AFRICA: Former President of Liberia, Ellen Johnson Sirleaf and former Prime Minister of New Zealand, Helen Clark has frowned over the inability of high income countries to meet the recommendations of the Independent Panel on Pandemic Preparedness and Response (IPPPR) to distribute at least one million doses of COVID-19 Vaccines to low and middle income countries by 1st September.
The duo who were former Co-Chairs of the Independent Panel on Pandemic Preparedness and Response (IPPPR) noted with concern the slow pace of the redistribution of COVID-19 vaccines from high income to low-income countries.
The redistribution, according to the Co-Chairs, would go a long way in mitigating the impact of the COVID-19 on those who are vulnerable.
“The Independent Panel report recommended that high-income countries ensure that at least one billion doses of vaccines available to them were redistributed to 92 low-and middle-income countries by 1 September, and a further one billion doses by mid-2022.
“Ensuring that all those around the world most vulnerable to the impact of the virus, including healthcare workers, older people and those with significant comorbidities, can be vaccinated quickly is a critical step towards curbing the pandemic,” President Sirleaf and Helen Clark said.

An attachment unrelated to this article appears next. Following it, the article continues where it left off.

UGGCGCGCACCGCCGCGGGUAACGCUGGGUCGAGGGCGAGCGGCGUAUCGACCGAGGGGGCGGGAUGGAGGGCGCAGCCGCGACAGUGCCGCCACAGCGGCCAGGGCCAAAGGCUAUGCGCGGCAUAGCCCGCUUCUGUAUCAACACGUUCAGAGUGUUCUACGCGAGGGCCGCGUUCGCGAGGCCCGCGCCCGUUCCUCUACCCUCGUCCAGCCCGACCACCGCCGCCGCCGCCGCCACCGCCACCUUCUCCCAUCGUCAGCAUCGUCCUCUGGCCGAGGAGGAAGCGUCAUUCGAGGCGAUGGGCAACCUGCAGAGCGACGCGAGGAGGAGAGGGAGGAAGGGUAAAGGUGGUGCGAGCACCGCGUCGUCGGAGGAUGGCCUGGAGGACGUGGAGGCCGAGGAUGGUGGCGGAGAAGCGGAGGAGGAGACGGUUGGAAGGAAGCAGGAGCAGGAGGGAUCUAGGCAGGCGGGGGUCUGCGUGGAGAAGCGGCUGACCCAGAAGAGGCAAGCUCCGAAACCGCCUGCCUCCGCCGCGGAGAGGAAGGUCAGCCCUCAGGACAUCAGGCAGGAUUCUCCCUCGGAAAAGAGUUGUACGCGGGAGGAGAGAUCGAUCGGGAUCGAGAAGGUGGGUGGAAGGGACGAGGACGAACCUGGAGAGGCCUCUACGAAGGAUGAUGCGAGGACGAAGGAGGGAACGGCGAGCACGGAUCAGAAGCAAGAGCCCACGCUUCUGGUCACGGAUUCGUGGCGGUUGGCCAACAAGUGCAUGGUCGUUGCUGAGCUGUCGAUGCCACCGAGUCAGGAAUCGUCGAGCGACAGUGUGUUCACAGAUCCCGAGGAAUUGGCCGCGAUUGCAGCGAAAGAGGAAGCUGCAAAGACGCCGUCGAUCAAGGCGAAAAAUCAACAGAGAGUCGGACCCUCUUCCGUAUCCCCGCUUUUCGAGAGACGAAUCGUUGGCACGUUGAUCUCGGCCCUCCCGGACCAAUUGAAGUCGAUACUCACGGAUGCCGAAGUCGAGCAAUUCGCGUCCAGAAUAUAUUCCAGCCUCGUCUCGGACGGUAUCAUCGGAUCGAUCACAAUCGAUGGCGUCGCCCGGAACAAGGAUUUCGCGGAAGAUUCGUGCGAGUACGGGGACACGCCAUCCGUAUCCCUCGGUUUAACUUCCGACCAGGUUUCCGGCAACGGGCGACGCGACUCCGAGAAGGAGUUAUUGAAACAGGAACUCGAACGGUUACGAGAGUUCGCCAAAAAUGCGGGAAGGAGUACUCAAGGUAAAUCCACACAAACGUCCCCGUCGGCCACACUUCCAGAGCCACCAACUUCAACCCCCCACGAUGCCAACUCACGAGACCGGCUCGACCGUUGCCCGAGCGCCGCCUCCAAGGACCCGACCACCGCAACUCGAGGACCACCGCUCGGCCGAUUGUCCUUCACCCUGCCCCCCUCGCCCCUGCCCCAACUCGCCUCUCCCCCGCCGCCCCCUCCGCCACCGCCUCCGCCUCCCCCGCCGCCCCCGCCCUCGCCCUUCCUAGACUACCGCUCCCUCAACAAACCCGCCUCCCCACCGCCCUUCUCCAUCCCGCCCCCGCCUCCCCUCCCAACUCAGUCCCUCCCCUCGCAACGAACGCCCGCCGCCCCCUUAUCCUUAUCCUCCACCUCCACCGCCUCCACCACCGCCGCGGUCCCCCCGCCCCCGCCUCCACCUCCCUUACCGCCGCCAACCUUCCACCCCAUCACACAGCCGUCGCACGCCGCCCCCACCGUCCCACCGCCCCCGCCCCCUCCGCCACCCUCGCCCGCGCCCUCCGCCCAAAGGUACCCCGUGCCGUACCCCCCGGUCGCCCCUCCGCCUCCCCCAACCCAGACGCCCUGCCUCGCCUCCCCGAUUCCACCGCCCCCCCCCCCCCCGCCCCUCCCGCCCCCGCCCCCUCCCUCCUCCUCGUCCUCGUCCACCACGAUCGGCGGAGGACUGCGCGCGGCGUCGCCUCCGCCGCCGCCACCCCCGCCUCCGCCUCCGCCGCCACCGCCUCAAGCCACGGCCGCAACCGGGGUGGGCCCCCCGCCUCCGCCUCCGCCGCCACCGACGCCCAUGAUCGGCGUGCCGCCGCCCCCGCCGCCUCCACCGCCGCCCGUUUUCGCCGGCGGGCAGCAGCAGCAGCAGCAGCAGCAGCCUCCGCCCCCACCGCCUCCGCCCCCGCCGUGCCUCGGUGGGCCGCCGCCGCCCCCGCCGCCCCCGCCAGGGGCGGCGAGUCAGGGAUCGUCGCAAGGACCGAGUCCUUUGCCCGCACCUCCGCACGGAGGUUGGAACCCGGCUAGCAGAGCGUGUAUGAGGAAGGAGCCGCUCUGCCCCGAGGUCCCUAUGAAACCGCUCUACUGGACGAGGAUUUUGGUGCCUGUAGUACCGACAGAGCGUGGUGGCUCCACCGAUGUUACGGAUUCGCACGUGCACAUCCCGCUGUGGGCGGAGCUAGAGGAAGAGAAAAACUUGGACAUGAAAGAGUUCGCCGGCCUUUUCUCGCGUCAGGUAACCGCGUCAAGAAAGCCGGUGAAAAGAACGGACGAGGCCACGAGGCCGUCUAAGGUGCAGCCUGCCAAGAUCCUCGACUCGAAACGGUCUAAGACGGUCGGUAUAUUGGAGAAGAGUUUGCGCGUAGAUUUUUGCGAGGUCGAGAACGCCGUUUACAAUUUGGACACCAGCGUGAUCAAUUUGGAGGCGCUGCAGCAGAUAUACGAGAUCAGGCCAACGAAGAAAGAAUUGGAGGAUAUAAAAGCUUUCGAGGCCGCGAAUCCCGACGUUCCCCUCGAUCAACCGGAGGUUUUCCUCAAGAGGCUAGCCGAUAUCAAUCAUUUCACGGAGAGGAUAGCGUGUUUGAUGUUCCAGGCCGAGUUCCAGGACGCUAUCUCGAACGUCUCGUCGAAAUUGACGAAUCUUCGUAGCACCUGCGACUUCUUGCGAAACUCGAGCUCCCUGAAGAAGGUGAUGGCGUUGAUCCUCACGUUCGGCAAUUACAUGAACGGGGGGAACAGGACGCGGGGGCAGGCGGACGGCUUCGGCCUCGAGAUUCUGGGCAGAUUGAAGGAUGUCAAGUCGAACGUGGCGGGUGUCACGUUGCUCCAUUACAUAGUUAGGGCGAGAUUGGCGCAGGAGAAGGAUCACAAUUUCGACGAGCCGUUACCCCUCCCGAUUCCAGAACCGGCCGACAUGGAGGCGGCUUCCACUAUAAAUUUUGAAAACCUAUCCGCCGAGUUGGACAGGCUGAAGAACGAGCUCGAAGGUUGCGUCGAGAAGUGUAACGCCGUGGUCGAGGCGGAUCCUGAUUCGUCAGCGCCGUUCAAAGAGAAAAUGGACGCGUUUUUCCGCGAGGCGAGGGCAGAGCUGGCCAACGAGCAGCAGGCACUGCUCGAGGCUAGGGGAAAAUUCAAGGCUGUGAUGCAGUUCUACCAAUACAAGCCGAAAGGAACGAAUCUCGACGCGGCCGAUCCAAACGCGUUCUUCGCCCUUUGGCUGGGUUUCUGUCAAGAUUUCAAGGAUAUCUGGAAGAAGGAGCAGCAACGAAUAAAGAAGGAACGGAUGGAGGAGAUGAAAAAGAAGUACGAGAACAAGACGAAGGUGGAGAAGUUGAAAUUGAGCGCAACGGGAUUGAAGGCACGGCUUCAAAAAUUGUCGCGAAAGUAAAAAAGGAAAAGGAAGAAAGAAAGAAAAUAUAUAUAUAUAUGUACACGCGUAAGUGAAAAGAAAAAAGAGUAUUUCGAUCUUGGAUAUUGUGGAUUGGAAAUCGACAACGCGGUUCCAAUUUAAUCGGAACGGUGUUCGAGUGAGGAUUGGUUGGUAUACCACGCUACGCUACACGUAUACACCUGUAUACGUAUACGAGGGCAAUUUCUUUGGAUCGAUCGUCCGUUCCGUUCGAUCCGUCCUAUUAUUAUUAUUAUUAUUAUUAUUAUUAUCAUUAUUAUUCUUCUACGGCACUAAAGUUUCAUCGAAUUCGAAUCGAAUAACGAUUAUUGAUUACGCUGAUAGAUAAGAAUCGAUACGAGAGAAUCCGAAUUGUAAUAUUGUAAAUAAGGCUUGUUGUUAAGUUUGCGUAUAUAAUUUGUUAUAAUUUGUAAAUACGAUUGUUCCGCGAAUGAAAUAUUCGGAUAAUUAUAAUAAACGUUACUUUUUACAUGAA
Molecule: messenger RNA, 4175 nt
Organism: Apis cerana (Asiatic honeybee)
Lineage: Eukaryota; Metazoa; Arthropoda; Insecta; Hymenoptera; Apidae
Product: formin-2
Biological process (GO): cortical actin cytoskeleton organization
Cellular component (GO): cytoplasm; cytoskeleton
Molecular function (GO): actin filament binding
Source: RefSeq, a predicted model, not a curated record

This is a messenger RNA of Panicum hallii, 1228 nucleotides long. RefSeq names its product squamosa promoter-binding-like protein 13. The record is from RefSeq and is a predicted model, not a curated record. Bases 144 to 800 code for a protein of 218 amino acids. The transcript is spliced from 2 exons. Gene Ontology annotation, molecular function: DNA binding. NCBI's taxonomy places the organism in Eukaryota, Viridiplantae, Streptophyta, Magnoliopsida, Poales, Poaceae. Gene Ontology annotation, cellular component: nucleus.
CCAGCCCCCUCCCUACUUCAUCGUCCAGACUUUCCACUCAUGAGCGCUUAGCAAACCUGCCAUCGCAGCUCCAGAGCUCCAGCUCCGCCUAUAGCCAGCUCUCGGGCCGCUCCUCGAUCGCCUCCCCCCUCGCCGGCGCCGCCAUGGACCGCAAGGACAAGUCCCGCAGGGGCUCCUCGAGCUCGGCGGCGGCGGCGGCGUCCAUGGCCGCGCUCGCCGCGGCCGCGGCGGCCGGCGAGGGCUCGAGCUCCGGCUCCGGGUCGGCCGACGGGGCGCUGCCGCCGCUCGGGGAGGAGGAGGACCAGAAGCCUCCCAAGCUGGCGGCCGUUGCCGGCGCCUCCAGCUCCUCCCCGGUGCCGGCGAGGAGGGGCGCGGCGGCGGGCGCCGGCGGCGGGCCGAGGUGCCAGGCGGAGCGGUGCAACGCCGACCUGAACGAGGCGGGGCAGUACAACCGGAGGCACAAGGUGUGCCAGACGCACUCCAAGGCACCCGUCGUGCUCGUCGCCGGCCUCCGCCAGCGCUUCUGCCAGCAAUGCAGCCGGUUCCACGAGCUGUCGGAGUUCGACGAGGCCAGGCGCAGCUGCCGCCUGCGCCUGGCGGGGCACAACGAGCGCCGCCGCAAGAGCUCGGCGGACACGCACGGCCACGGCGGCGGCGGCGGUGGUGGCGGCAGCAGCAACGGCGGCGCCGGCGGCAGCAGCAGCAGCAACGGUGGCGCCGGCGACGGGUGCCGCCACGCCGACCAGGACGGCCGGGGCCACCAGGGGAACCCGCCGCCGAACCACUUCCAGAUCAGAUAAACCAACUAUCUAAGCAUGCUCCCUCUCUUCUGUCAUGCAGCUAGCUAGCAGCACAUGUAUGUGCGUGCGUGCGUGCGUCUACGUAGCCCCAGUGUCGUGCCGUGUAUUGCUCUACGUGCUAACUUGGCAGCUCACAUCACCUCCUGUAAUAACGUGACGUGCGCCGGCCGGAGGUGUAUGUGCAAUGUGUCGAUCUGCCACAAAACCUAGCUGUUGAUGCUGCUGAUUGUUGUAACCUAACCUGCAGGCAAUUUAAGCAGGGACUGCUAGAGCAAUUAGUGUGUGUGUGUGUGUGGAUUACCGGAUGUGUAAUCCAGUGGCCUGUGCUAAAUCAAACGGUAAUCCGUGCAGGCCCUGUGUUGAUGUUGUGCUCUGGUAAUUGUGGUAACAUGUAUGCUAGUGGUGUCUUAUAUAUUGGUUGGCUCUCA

Vaccine Doses Shipped Via COVAX
The Co-Chairs noted that only 99 million dose donations have been shipped via COVAX, out of which only 89 million have been shipped to the 92 Advance Market Commitment countries.
This, according to them, falls short of the one billion doses the Independent Panel recommended while lamenting that the high income countries have ordered more doses than they needed.
“High-income countries have ordered over twice as many doses as are needed for their populations. Now is the time to show solidarity with those who have not yet been able to vaccinate their frontline health workers and most vulnerable populations.
“Reaching the goal of redistributing one billion doses by 1 September would be a vital step in protecting the five billion people aged 15 and over who live in low-and middle-income countries. The 600 million doses which have already been pledged now need to be delivered with urgency”, the Co-Chairs said.
Calls for Africa Manufacturing Capacity of Vaccine
The Co-Chairs has stressed the need for Africa to increase her manufacturing capacity to enable it scale up the vaccine production
“Manufacturing capacity has to be increased and knowledge and technology shared in order to scale up production quickly. This pandemic has shown the global risks of locating the know-how and manufacturing facilities in just a handful of countries.
“We welcome the announcement that a COVID mRNA vaccine technology transfer hub has been established in South Africa. More such announcements are needed. Low- and middle-income countries must be able to produce more of their own vaccines and thereby help increase in general the amount of vaccine available to the world”, the Co-Chairs said.